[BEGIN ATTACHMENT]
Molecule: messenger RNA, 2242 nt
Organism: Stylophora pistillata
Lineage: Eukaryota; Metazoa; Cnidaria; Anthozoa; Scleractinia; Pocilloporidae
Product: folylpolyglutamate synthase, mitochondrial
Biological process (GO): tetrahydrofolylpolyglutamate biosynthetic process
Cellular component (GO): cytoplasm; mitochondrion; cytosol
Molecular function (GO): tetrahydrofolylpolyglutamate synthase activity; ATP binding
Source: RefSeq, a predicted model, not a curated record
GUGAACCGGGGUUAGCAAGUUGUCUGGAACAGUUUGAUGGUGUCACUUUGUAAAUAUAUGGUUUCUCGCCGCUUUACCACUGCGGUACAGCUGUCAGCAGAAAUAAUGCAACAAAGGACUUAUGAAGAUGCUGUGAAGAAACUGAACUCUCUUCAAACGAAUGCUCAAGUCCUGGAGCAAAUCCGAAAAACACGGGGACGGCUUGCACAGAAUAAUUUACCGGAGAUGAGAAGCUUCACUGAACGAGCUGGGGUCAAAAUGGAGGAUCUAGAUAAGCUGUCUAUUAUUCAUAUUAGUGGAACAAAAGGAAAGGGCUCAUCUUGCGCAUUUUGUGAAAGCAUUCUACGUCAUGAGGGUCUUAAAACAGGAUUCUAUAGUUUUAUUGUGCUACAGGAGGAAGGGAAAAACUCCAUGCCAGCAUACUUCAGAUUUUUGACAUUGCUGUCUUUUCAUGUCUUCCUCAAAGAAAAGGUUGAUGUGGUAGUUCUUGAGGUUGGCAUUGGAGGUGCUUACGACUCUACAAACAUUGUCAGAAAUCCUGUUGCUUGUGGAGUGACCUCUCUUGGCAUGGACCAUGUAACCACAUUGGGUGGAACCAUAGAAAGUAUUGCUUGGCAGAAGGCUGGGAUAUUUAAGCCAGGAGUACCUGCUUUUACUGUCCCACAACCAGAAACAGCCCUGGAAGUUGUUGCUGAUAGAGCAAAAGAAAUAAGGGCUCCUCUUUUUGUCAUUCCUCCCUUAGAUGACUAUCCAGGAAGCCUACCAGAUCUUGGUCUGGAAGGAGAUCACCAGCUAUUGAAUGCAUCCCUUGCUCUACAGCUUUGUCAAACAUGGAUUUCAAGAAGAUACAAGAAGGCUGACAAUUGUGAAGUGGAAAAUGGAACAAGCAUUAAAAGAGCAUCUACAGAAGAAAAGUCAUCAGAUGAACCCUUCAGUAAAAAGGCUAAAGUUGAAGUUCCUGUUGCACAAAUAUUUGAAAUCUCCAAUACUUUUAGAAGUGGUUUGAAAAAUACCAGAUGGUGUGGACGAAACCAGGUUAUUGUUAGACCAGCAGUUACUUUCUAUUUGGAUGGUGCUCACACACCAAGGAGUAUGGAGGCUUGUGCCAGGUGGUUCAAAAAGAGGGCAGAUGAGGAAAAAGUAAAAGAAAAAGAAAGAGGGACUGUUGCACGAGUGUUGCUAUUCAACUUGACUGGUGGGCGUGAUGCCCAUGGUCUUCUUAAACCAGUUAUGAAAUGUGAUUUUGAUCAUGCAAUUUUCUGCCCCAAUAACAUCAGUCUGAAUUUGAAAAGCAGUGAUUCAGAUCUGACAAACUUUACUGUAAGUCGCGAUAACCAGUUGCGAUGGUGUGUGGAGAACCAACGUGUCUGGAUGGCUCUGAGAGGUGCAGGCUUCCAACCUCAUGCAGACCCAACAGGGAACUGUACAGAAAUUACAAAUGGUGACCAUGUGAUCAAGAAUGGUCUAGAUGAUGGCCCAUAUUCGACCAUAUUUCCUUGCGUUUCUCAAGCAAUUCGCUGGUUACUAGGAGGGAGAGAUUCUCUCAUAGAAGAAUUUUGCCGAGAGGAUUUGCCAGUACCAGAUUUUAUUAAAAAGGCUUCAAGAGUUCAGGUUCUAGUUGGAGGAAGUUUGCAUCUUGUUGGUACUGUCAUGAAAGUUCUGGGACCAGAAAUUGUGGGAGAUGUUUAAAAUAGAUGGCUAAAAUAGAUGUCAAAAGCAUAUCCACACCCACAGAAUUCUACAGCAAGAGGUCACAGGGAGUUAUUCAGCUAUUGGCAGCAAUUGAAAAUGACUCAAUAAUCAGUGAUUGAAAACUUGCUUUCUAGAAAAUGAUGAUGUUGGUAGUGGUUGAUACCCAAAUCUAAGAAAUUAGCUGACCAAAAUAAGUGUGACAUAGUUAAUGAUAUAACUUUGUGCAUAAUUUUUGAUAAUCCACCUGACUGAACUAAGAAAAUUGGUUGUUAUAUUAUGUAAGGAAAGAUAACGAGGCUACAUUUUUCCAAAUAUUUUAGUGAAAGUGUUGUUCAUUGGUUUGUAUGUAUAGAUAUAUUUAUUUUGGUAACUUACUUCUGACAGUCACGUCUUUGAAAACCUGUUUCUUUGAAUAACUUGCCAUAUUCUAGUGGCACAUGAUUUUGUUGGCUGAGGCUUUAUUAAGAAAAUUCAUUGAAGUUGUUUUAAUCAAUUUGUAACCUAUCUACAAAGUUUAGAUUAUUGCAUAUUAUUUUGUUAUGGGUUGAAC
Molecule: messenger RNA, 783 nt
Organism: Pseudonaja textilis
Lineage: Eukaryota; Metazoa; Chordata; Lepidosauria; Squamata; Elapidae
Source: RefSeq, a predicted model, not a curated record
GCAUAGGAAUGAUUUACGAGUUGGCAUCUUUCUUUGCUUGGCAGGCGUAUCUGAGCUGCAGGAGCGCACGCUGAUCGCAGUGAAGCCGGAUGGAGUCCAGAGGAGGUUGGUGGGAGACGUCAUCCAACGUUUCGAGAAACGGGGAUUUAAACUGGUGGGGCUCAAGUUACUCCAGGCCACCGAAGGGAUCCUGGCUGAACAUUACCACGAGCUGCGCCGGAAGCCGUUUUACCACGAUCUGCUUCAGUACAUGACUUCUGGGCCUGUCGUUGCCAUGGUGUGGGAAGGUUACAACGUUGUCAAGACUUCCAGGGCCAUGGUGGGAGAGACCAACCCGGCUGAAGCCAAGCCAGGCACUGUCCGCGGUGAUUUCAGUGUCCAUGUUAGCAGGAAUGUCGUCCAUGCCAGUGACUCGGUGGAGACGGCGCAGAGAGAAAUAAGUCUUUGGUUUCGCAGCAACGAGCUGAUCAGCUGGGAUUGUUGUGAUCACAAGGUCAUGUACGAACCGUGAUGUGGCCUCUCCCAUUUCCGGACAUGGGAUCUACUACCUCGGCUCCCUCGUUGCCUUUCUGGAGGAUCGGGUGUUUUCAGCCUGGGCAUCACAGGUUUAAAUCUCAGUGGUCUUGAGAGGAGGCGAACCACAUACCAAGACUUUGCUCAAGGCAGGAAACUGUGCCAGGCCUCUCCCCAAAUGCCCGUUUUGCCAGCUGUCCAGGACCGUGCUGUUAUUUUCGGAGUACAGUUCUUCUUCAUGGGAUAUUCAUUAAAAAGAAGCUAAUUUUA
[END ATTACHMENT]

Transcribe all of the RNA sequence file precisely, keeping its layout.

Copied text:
Molecule: messenger RNA, 2242 nt
Organism: Stylophora pistillata
Lineage: Eukaryota; Metazoa; Cnidaria; Anthozoa; Scleractinia; Pocilloporidae
Product: folylpolyglutamate synthase, mitochondrial
Biological process (GO): tetrahydrofolylpolyglutamate biosynthetic process
Cellular component (GO): cytoplasm; mitochondrion; cytosol
Molecular function (GO): tetrahydrofolylpolyglutamate synthase activity; ATP binding
Source: RefSeq, a predicted model, not a curated record
GUGAACCGGGGUUAGCAAGUUGUCUGGAACAGUUUGAUGGUGUCACUUUGUAAAUAUAUGGUUUCUCGCCGCUUUACCACUGCGGUACAGCUGUCAGCAGAAAUAAUGCAACAAAGGACUUAUGAAGAUGCUGUGAAGAAACUGAACUCUCUUCAAACGAAUGCUCAAGUCCUGGAGCAAAUCCGAAAAACACGGGGACGGCUUGCACAGAAUAAUUUACCGGAGAUGAGAAGCUUCACUGAACGAGCUGGGGUCAAAAUGGAGGAUCUAGAUAAGCUGUCUAUUAUUCAUAUUAGUGGAACAAAAGGAAAGGGCUCAUCUUGCGCAUUUUGUGAAAGCAUUCUACGUCAUGAGGGUCUUAAAACAGGAUUCUAUAGUUUUAUUGUGCUACAGGAGGAAGGGAAAAACUCCAUGCCAGCAUACUUCAGAUUUUUGACAUUGCUGUCUUUUCAUGUCUUCCUCAAAGAAAAGGUUGAUGUGGUAGUUCUUGAGGUUGGCAUUGGAGGUGCUUACGACUCUACAAACAUUGUCAGAAAUCCUGUUGCUUGUGGAGUGACCUCUCUUGGCAUGGACCAUGUAACCACAUUGGGUGGAACCAUAGAAAGUAUUGCUUGGCAGAAGGCUGGGAUAUUUAAGCCAGGAGUACCUGCUUUUACUGUCCCACAACCAGAAACAGCCCUGGAAGUUGUUGCUGAUAGAGCAAAAGAAAUAAGGGCUCCUCUUUUUGUCAUUCCUCCCUUAGAUGACUAUCCAGGAAGCCUACCAGAUCUUGGUCUGGAAGGAGAUCACCAGCUAUUGAAUGCAUCCCUUGCUCUACAGCUUUGUCAAACAUGGAUUUCAAGAAGAUACAAGAAGGCUGACAAUUGUGAAGUGGAAAAUGGAACAAGCAUUAAAAGAGCAUCUACAGAAGAAAAGUCAUCAGAUGAACCCUUCAGUAAAAAGGCUAAAGUUGAAGUUCCUGUUGCACAAAUAUUUGAAAUCUCCAAUACUUUUAGAAGUGGUUUGAAAAAUACCAGAUGGUGUGGACGAAACCAGGUUAUUGUUAGACCAGCAGUUACUUUCUAUUUGGAUGGUGCUCACACACCAAGGAGUAUGGAGGCUUGUGCCAGGUGGUUCAAAAAGAGGGCAGAUGAGGAAAAAGUAAAAGAAAAAGAAAGAGGGACUGUUGCACGAGUGUUGCUAUUCAACUUGACUGGUGGGCGUGAUGCCCAUGGUCUUCUUAAACCAGUUAUGAAAUGUGAUUUUGAUCAUGCAAUUUUCUGCCCCAAUAACAUCAGUCUGAAUUUGAAAAGCAGUGAUUCAGAUCUGACAAACUUUACUGUAAGUCGCGAUAACCAGUUGCGAUGGUGUGUGGAGAACCAACGUGUCUGGAUGGCUCUGAGAGGUGCAGGCUUCCAACCUCAUGCAGACCCAACAGGGAACUGUACAGAAAUUACAAAUGGUGACCAUGUGAUCAAGAAUGGUCUAGAUGAUGGCCCAUAUUCGACCAUAUUUCCUUGCGUUUCUCAAGCAAUUCGCUGGUUACUAGGAGGGAGAGAUUCUCUCAUAGAAGAAUUUUGCCGAGAGGAUUUGCCAGUACCAGAUUUUAUUAAAAAGGCUUCAAGAGUUCAGGUUCUAGUUGGAGGAAGUUUGCAUCUUGUUGGUACUGUCAUGAAAGUUCUGGGACCAGAAAUUGUGGGAGAUGUUUAAAAUAGAUGGCUAAAAUAGAUGUCAAAAGCAUAUCCACACCCACAGAAUUCUACAGCAAGAGGUCACAGGGAGUUAUUCAGCUAUUGGCAGCAAUUGAAAAUGACUCAAUAAUCAGUGAUUGAAAACUUGCUUUCUAGAAAAUGAUGAUGUUGGUAGUGGUUGAUACCCAAAUCUAAGAAAUUAGCUGACCAAAAUAAGUGUGACAUAGUUAAUGAUAUAACUUUGUGCAUAAUUUUUGAUAAUCCACCUGACUGAACUAAGAAAAUUGGUUGUUAUAUUAUGUAAGGAAAGAUAACGAGGCUACAUUUUUCCAAAUAUUUUAGUGAAAGUGUUGUUCAUUGGUUUGUAUGUAUAGAUAUAUUUAUUUUGGUAACUUACUUCUGACAGUCACGUCUUUGAAAACCUGUUUCUUUGAAUAACUUGCCAUAUUCUAGUGGCACAUGAUUUUGUUGGCUGAGGCUUUAUUAAGAAAAUUCAUUGAAGUUGUUUUAAUCAAUUUGUAACCUAUCUACAAAGUUUAGAUUAUUGCAUAUUAUUUUGUUAUGGGUUGAAC
Molecule: messenger RNA, 783 nt
Organism: Pseudonaja textilis
Lineage: Eukaryota; Metazoa; Chordata; Lepidosauria; Squamata; Elapidae
Source: RefSeq, a predicted model, not a curated record
GCAUAGGAAUGAUUUACGAGUUGGCAUCUUUCUUUGCUUGGCAGGCGUAUCUGAGCUGCAGGAGCGCACGCUGAUCGCAGUGAAGCCGGAUGGAGUCCAGAGGAGGUUGGUGGGAGACGUCAUCCAACGUUUCGAGAAACGGGGAUUUAAACUGGUGGGGCUCAAGUUACUCCAGGCCACCGAAGGGAUCCUGGCUGAACAUUACCACGAGCUGCGCCGGAAGCCGUUUUACCACGAUCUGCUUCAGUACAUGACUUCUGGGCCUGUCGUUGCCAUGGUGUGGGAAGGUUACAACGUUGUCAAGACUUCCAGGGCCAUGGUGGGAGAGACCAACCCGGCUGAAGCCAAGCCAGGCACUGUCCGCGGUGAUUUCAGUGUCCAUGUUAGCAGGAAUGUCGUCCAUGCCAGUGACUCGGUGGAGACGGCGCAGAGAGAAAUAAGUCUUUGGUUUCGCAGCAACGAGCUGAUCAGCUGGGAUUGUUGUGAUCACAAGGUCAUGUACGAACCGUGAUGUGGCCUCUCCCAUUUCCGGACAUGGGAUCUACUACCUCGGCUCCCUCGUUGCCUUUCUGGAGGAUCGGGUGUUUUCAGCCUGGGCAUCACAGGUUUAAAUCUCAGUGGUCUUGAGAGGAGGCGAACCACAUACCAAGACUUUGCUCAAGGCAGGAAACUGUGCCAGGCCUCUCCCCAAAUGCCCGUUUUGCCAGCUGUCCAGGACCGUGCUGUUAUUUUCGGAGUACAGUUCUUCUUCAUGGGAUAUUCAUUAAAAAGAAGCUAAUUUUA